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Table 7-1. rpm -K Command Syntax
| rpm -K (or
| ||One or more RPM package files (URLs OK)|
|--nopgp||Do not verify PGP signatures||the section called --nopgp — Do Not Verify Any PGP Signatures|
|-v||Display additional information||the section called -v — Display Additional Information|
|-vv||Display debugging information||the section called -vv — Display Debugging Information|
| --rcfile || Set alternate rpmrc file to
|| the section called --rcfile |
One aspect of RPM is that you can get a package from the Internet, and easily install it. But what do you know about that package file? Is the organization listed as being the "vendor" of the package really the organization that built it? Did someone make unauthorized changes to it? Can you trust that, if installed, it won't mail a copy of your password file to a system cracker?
Features built into RPM allow you to make sure that the package file you've just gotten won't cause you problems once it's installed, whether the package was corrupted by line noise when you downloaded it, or something more sinister happened to it.
The command rpm -K (The option --checksig is equivalent) verifies a package file. Using this command, it is easy to make sure the file has not been changed in any way. rpm -K can also be used to make sure that the package was actually built by the organization listed as being the package's vendor. That's all very impressive, but how does it do that? Well, it just needs help from some "Pretty Good" software.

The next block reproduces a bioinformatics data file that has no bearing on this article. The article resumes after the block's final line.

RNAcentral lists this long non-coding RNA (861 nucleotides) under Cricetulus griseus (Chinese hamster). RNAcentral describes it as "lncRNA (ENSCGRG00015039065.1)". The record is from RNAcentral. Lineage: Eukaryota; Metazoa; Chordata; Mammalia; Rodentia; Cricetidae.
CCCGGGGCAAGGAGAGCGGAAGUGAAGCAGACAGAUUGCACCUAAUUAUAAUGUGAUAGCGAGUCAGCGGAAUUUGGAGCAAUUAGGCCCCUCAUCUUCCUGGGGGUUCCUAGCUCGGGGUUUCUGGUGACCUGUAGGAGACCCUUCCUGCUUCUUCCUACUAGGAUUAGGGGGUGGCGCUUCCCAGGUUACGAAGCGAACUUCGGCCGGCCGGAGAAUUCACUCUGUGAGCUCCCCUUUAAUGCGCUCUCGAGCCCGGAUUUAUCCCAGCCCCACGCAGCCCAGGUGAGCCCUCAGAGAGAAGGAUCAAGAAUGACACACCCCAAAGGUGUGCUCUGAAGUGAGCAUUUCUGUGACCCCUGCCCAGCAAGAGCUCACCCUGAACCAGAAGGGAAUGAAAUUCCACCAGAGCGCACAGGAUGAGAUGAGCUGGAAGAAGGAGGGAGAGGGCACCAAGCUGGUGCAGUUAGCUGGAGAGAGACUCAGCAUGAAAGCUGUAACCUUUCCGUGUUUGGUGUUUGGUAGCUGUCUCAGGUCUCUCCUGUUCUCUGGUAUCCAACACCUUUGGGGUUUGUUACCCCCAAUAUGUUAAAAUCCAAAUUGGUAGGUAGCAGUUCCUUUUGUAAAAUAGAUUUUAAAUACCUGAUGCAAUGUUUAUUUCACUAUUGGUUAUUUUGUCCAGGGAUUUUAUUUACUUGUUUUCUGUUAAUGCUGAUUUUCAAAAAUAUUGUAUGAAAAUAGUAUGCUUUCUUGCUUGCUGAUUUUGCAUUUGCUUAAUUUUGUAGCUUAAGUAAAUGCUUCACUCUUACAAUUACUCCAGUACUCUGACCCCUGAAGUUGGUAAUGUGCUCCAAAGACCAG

The "Pretty Good" software we're referring to is known as "Pretty Good Privacy", or PGP. While all the information on PGP could fill a book (or several), we've provided a quick introduction to help you get started.
If PGP is new to you, a quick glance through Appendix G should get you well on your way to understanding, building, and installing PGP. If, on the other hand, you've got PGP already installed and have sent an encrypted message or two, you're probably more than ready to continue with this chapter.